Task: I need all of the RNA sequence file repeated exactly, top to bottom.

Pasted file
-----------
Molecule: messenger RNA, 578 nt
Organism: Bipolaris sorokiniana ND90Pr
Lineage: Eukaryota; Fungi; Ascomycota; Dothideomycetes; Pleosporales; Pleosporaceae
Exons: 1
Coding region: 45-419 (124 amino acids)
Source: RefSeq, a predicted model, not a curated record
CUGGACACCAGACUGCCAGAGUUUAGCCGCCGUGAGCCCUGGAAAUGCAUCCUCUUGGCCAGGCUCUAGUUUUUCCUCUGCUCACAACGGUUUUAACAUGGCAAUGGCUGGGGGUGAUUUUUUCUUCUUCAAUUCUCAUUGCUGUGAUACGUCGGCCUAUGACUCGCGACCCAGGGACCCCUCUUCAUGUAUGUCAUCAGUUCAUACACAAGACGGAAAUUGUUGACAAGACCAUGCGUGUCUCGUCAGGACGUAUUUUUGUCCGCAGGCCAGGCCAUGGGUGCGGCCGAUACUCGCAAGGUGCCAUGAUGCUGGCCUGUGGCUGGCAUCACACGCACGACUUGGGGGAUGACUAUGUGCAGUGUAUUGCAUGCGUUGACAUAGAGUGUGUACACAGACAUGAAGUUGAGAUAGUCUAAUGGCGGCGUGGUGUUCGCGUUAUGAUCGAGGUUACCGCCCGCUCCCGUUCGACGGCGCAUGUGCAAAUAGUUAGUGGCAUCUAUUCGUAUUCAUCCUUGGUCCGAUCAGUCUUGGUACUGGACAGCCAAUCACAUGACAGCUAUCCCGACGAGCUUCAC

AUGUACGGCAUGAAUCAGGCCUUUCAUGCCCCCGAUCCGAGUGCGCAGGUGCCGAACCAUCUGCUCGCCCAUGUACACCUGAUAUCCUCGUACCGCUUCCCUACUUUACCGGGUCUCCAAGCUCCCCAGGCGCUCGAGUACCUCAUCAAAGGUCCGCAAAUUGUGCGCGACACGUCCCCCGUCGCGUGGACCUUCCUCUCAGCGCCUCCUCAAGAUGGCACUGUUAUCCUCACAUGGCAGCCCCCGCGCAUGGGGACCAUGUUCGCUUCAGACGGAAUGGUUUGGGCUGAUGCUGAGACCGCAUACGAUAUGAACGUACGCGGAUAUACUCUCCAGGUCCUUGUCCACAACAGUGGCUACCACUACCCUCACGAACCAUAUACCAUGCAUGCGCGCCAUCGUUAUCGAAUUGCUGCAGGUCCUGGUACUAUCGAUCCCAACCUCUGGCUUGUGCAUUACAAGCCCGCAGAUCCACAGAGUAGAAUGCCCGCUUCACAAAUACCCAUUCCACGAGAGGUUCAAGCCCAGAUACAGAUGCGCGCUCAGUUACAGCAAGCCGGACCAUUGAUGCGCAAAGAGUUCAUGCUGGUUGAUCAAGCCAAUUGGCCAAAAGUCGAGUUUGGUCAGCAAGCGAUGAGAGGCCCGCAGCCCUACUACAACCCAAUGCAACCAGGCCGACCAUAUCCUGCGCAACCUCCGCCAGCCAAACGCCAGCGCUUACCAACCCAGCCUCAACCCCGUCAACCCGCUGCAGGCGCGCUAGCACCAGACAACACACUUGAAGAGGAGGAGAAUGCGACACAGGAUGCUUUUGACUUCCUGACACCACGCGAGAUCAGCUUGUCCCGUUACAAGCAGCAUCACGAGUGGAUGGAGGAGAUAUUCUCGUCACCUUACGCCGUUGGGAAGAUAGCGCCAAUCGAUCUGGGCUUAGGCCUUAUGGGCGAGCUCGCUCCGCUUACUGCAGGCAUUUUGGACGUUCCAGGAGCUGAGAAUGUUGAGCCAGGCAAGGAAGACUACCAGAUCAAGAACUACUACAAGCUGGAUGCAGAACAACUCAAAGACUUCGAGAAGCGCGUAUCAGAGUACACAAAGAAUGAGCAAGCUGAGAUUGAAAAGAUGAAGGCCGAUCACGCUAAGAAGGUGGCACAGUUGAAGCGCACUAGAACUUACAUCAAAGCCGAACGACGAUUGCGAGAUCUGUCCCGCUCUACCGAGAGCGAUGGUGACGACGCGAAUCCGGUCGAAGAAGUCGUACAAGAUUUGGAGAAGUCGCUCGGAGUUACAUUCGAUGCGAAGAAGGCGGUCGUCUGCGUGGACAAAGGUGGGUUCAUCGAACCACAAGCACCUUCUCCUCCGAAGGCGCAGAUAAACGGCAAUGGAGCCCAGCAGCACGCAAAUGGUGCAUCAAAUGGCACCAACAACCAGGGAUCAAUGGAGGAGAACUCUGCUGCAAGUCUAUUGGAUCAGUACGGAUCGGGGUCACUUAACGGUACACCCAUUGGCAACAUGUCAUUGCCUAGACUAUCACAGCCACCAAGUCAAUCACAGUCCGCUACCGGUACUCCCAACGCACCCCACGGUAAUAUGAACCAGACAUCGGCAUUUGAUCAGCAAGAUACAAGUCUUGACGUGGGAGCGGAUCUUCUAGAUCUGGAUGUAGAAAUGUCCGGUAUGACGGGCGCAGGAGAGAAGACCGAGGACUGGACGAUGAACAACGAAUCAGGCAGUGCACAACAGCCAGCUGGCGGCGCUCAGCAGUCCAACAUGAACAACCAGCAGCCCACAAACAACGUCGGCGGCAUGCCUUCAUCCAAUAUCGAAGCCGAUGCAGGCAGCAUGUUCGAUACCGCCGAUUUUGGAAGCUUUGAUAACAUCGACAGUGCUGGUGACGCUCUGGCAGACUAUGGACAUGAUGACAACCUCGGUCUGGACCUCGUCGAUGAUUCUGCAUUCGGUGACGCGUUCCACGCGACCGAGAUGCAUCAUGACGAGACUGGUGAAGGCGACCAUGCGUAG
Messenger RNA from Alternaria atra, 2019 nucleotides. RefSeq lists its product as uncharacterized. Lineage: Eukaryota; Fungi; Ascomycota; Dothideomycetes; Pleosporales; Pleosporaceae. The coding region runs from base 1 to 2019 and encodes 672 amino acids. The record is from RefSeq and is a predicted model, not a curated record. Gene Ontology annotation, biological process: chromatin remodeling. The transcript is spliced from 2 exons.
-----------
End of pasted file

Molecule: messenger RNA, 578 nt
Organism: Bipolaris sorokiniana ND90Pr
Lineage: Eukaryota; Fungi; Ascomycota; Dothideomycetes; Pleosporales; Pleosporaceae
Exons: 1
Coding region: 45-419 (124 amino acids)
Source: RefSeq, a predicted model, not a curated record
CUGGACACCAGACUGCCAGAGUUUAGCCGCCGUGAGCCCUGGAAAUGCAUCCUCUUGGCCAGGCUCUAGUUUUUCCUCUGCUCACAACGGUUUUAACAUGGCAAUGGCUGGGGGUGAUUUUUUCUUCUUCAAUUCUCAUUGCUGUGAUACGUCGGCCUAUGACUCGCGACCCAGGGACCCCUCUUCAUGUAUGUCAUCAGUUCAUACACAAGACGGAAAUUGUUGACAAGACCAUGCGUGUCUCGUCAGGACGUAUUUUUGUCCGCAGGCCAGGCCAUGGGUGCGGCCGAUACUCGCAAGGUGCCAUGAUGCUGGCCUGUGGCUGGCAUCACACGCACGACUUGGGGGAUGACUAUGUGCAGUGUAUUGCAUGCGUUGACAUAGAGUGUGUACACAGACAUGAAGUUGAGAUAGUCUAAUGGCGGCGUGGUGUUCGCGUUAUGAUCGAGGUUACCGCCCGCUCCCGUUCGACGGCGCAUGUGCAAAUAGUUAGUGGCAUCUAUUCGUAUUCAUCCUUGGUCCGAUCAGUCUUGGUACUGGACAGCCAAUCACAUGACAGCUAUCCCGACGAGCUUCAC

AUGUACGGCAUGAAUCAGGCCUUUCAUGCCCCCGAUCCGAGUGCGCAGGUGCCGAACCAUCUGCUCGCCCAUGUACACCUGAUAUCCUCGUACCGCUUCCCUACUUUACCGGGUCUCCAAGCUCCCCAGGCGCUCGAGUACCUCAUCAAAGGUCCGCAAAUUGUGCGCGACACGUCCCCCGUCGCGUGGACCUUCCUCUCAGCGCCUCCUCAAGAUGGCACUGUUAUCCUCACAUGGCAGCCCCCGCGCAUGGGGACCAUGUUCGCUUCAGACGGAAUGGUUUGGGCUGAUGCUGAGACCGCAUACGAUAUGAACGUACGCGGAUAUACUCUCCAGGUCCUUGUCCACAACAGUGGCUACCACUACCCUCACGAACCAUAUACCAUGCAUGCGCGCCAUCGUUAUCGAAUUGCUGCAGGUCCUGGUACUAUCGAUCCCAACCUCUGGCUUGUGCAUUACAAGCCCGCAGAUCCACAGAGUAGAAUGCCCGCUUCACAAAUACCCAUUCCACGAGAGGUUCAAGCCCAGAUACAGAUGCGCGCUCAGUUACAGCAAGCCGGACCAUUGAUGCGCAAAGAGUUCAUGCUGGUUGAUCAAGCCAAUUGGCCAAAAGUCGAGUUUGGUCAGCAAGCGAUGAGAGGCCCGCAGCCCUACUACAACCCAAUGCAACCAGGCCGACCAUAUCCUGCGCAACCUCCGCCAGCCAAACGCCAGCGCUUACCAACCCAGCCUCAACCCCGUCAACCCGCUGCAGGCGCGCUAGCACCAGACAACACACUUGAAGAGGAGGAGAAUGCGACACAGGAUGCUUUUGACUUCCUGACACCACGCGAGAUCAGCUUGUCCCGUUACAAGCAGCAUCACGAGUGGAUGGAGGAGAUAUUCUCGUCACCUUACGCCGUUGGGAAGAUAGCGCCAAUCGAUCUGGGCUUAGGCCUUAUGGGCGAGCUCGCUCCGCUUACUGCAGGCAUUUUGGACGUUCCAGGAGCUGAGAAUGUUGAGCCAGGCAAGGAAGACUACCAGAUCAAGAACUACUACAAGCUGGAUGCAGAACAACUCAAAGACUUCGAGAAGCGCGUAUCAGAGUACACAAAGAAUGAGCAAGCUGAGAUUGAAAAGAUGAAGGCCGAUCACGCUAAGAAGGUGGCACAGUUGAAGCGCACUAGAACUUACAUCAAAGCCGAACGACGAUUGCGAGAUCUGUCCCGCUCUACCGAGAGCGAUGGUGACGACGCGAAUCCGGUCGAAGAAGUCGUACAAGAUUUGGAGAAGUCGCUCGGAGUUACAUUCGAUGCGAAGAAGGCGGUCGUCUGCGUGGACAAAGGUGGGUUCAUCGAACCACAAGCACCUUCUCCUCCGAAGGCGCAGAUAAACGGCAAUGGAGCCCAGCAGCACGCAAAUGGUGCAUCAAAUGGCACCAACAACCAGGGAUCAAUGGAGGAGAACUCUGCUGCAAGUCUAUUGGAUCAGUACGGAUCGGGGUCACUUAACGGUACACCCAUUGGCAACAUGUCAUUGCCUAGACUAUCACAGCCACCAAGUCAAUCACAGUCCGCUACCGGUACUCCCAACGCACCCCACGGUAAUAUGAACCAGACAUCGGCAUUUGAUCAGCAAGAUACAAGUCUUGACGUGGGAGCGGAUCUUCUAGAUCUGGAUGUAGAAAUGUCCGGUAUGACGGGCGCAGGAGAGAAGACCGAGGACUGGACGAUGAACAACGAAUCAGGCAGUGCACAACAGCCAGCUGGCGGCGCUCAGCAGUCCAACAUGAACAACCAGCAGCCCACAAACAACGUCGGCGGCAUGCCUUCAUCCAAUAUCGAAGCCGAUGCAGGCAGCAUGUUCGAUACCGCCGAUUUUGGAAGCUUUGAUAACAUCGACAGUGCUGGUGACGCUCUGGCAGACUAUGGACAUGAUGACAACCUCGGUCUGGACCUCGUCGAUGAUUCUGCAUUCGGUGACGCGUUCCACGCGACCGAGAUGCAUCAUGACGAGACUGGUGAAGGCGACCAUGCGUAG
Messenger RNA from Alternaria atra, 2019 nucleotides. RefSeq lists its product as uncharacterized. Lineage: Eukaryota; Fungi; Ascomycota; Dothideomycetes; Pleosporales; Pleosporaceae. The coding region runs from base 1 to 2019 and encodes 672 amino acids. The record is from RefSeq and is a predicted model, not a curated record. Gene Ontology annotation, biological process: chromatin remodeling. The transcript is spliced from 2 exons.